In the realization of the above objects, one embodiment of the invention, described in detail below cornprises an up or down binary counter (often referred to as a reversible binary counter) having a plurality of parallel-connected stages and a fast carry circuit comprising shunt-connected transistor switches for controllably routing trigger pulses simultaneously to each stage whose state of equilibrium requires a reversal.

Each of these switches is preset in response to the state of equilibrium of a preceding stage to avoid the deday which would otherwise result from the relatively slow switching speeds of junction type transistors.

For example, if the count is such as to require the nth stage of the counter to reverse state upon the application of the next trigger pulse, the shunt switch associated with the nth stage is preset to be in its normally open condition so that the input terminal of that stage is enabled (rendered operative).

If, on the other hand, the state of the nth stage is to remain unchanged, the shunt switch associated with that stage is closed in response to the state of a previous stage. This effectively disables (renders inoperative) the input terminal of the nth stage since the next trigger pulse, instead of changing the state of the nth stage, is diverted through the associated switch to ground. Throughout the specification and the appended claims, the'term enabled should be interpreted as meaning rendered operative, while the term disabled should be taken to means rendered inoperative.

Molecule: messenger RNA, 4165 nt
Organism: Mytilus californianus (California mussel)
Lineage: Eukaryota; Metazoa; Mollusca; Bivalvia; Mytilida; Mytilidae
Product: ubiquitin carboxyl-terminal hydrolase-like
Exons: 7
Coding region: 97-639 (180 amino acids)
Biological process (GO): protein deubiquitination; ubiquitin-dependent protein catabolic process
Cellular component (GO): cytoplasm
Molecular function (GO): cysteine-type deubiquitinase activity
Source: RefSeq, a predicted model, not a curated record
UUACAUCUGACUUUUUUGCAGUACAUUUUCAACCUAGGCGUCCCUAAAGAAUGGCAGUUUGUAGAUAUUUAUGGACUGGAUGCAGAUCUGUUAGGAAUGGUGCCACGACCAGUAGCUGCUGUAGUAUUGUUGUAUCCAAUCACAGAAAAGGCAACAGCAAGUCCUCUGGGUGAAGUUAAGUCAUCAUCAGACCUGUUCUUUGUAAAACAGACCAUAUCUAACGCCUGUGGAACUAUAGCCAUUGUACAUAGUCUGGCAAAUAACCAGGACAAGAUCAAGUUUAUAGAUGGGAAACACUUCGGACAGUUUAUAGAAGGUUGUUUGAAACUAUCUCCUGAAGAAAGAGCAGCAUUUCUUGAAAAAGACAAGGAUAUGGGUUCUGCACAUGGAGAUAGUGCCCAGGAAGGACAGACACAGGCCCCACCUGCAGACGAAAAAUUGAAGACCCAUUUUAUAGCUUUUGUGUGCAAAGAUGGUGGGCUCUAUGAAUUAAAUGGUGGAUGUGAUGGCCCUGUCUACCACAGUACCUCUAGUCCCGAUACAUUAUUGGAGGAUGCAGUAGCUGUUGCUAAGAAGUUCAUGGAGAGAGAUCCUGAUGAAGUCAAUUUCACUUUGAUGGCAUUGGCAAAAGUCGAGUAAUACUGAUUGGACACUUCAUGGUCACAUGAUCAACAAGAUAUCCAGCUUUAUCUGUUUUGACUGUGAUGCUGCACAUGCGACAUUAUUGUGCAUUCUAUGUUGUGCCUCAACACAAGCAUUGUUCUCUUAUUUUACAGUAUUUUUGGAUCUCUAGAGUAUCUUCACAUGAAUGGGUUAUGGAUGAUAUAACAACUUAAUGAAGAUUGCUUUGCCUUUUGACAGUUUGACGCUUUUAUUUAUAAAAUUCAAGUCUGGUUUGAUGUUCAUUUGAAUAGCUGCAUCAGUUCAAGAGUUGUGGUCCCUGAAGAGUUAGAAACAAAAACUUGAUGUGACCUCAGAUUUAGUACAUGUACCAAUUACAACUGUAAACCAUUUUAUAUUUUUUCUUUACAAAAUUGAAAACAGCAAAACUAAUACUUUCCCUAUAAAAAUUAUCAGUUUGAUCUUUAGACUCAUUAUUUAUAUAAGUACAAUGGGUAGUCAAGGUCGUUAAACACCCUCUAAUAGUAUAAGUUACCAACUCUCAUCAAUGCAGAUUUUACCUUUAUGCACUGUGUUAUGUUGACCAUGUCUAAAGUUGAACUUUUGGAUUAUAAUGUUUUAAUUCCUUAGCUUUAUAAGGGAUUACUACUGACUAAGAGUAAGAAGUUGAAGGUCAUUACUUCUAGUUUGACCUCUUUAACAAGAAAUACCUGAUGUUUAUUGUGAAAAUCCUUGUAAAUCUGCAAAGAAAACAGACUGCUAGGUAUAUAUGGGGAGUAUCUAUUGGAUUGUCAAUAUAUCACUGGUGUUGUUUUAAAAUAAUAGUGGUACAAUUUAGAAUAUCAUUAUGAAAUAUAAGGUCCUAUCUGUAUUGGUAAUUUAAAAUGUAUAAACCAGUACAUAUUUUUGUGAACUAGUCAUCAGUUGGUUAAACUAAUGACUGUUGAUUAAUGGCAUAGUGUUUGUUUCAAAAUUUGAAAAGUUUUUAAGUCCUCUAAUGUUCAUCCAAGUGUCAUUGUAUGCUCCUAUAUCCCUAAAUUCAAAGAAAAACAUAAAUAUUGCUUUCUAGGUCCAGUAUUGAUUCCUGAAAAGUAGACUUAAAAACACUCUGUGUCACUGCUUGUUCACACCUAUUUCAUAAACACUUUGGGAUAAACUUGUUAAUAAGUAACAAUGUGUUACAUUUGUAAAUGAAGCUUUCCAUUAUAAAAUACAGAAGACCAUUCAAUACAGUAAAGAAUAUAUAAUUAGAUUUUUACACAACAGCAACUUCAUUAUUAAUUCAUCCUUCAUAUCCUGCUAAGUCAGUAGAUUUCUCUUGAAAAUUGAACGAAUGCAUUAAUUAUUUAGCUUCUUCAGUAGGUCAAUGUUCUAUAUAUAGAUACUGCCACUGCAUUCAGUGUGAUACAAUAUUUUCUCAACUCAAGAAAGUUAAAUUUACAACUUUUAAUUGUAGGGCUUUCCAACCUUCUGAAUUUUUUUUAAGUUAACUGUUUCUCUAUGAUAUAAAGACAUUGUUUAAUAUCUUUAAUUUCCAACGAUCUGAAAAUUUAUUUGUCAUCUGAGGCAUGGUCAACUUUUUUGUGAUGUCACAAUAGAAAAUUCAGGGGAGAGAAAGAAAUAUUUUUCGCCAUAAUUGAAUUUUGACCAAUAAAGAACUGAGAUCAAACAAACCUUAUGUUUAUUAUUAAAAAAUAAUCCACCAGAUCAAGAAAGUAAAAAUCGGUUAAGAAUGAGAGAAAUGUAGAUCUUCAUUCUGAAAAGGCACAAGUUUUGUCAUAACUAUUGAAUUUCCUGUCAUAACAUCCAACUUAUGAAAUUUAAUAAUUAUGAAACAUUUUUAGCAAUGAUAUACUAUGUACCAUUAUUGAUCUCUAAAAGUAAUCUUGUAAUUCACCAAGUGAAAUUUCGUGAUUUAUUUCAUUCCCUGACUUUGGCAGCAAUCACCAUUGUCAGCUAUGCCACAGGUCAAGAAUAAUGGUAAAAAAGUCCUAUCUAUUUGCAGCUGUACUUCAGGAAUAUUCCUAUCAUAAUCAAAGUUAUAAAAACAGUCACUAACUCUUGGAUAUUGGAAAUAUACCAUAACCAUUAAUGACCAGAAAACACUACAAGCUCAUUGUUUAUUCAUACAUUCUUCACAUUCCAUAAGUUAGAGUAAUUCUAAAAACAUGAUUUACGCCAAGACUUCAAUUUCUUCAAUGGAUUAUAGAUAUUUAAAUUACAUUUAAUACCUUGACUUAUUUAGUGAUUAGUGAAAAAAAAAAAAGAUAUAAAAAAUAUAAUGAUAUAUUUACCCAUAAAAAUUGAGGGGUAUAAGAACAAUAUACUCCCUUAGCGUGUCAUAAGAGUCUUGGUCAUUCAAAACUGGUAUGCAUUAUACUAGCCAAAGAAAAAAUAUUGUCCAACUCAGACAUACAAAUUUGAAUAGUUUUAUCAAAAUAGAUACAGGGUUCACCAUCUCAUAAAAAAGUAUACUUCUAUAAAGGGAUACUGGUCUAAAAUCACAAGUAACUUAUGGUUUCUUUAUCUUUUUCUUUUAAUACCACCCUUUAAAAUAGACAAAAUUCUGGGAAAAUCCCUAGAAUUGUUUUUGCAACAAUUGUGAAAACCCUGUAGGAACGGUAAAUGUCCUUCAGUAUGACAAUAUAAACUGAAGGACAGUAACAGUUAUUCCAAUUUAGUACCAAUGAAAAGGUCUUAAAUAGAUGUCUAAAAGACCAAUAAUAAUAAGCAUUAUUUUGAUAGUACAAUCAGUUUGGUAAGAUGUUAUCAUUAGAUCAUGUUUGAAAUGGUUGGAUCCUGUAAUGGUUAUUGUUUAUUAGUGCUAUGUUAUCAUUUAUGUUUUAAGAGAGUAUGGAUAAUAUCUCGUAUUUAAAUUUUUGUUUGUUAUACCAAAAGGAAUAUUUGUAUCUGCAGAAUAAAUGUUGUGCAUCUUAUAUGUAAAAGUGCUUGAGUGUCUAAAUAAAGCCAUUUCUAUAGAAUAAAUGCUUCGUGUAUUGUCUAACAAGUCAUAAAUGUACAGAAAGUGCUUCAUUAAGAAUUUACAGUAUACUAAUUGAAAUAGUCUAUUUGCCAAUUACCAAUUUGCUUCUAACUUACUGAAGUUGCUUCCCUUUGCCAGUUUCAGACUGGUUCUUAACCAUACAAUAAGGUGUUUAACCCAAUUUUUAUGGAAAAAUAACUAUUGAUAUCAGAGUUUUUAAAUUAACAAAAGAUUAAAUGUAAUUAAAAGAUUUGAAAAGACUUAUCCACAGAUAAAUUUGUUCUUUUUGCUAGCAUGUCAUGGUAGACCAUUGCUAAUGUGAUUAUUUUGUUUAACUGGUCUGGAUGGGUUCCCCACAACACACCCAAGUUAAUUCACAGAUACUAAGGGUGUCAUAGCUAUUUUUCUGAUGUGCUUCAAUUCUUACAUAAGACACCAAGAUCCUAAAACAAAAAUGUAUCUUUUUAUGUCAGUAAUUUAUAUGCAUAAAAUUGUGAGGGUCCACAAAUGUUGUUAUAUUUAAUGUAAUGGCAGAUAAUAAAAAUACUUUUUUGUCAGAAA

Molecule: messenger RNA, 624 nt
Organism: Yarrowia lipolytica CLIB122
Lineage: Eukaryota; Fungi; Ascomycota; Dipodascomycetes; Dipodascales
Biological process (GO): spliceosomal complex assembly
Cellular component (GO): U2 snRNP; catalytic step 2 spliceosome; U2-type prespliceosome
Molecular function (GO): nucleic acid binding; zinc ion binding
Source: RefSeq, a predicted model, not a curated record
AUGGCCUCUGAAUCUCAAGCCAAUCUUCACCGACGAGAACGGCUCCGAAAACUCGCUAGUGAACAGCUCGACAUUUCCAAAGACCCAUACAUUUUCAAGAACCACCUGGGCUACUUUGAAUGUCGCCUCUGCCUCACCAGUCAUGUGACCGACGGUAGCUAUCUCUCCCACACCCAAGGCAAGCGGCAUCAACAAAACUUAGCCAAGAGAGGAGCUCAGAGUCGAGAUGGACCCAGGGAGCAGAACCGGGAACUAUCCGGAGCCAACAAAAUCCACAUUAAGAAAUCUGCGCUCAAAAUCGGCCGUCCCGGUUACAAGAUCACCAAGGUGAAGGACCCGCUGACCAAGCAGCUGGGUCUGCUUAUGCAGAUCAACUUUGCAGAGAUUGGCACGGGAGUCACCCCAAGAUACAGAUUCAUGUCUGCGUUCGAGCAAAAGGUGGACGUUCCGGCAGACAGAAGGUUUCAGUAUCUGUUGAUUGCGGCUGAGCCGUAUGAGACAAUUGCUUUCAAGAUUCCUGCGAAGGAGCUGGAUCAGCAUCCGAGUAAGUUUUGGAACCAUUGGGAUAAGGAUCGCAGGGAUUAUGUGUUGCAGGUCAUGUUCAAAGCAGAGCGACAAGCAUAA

A more complete understanding of the present inven tion as well as further objects and features, will better be understood from the following description when read in connection with the accompanying drawings, in which:

Fig. 1 illustrates the shunt-connected switching arrangement utilized in the illustrative embodiments of the present invention;

Fig. 2 is a circuit diagram of a parallel type binary counter embodying the present invention; and

Fig.3 is a modification of the circuit illustrated in Fig. 2, also embodying the present invention.

Referring now to the accompanying drawings wherein like elements are designated by like reference characters in all of the figures, and referring particularly to Fig. 1, a three stage shunt-connected switching circuit is shown which is equivalent to those utilized in the illustrative embodiments of Figs. 2 and 3.

Switches 10, 12, and 14 are junction transistors, each having a collector electrode 0, a base electrode b, and an emitter electrode 2. Each of the switches is ON (switch closed) when the bias potential between its emitter electrode e and its base electrode b is in the forward direction, i.e., when the bias potential is'such as to cause current in flow in the direction of the emitter arrow.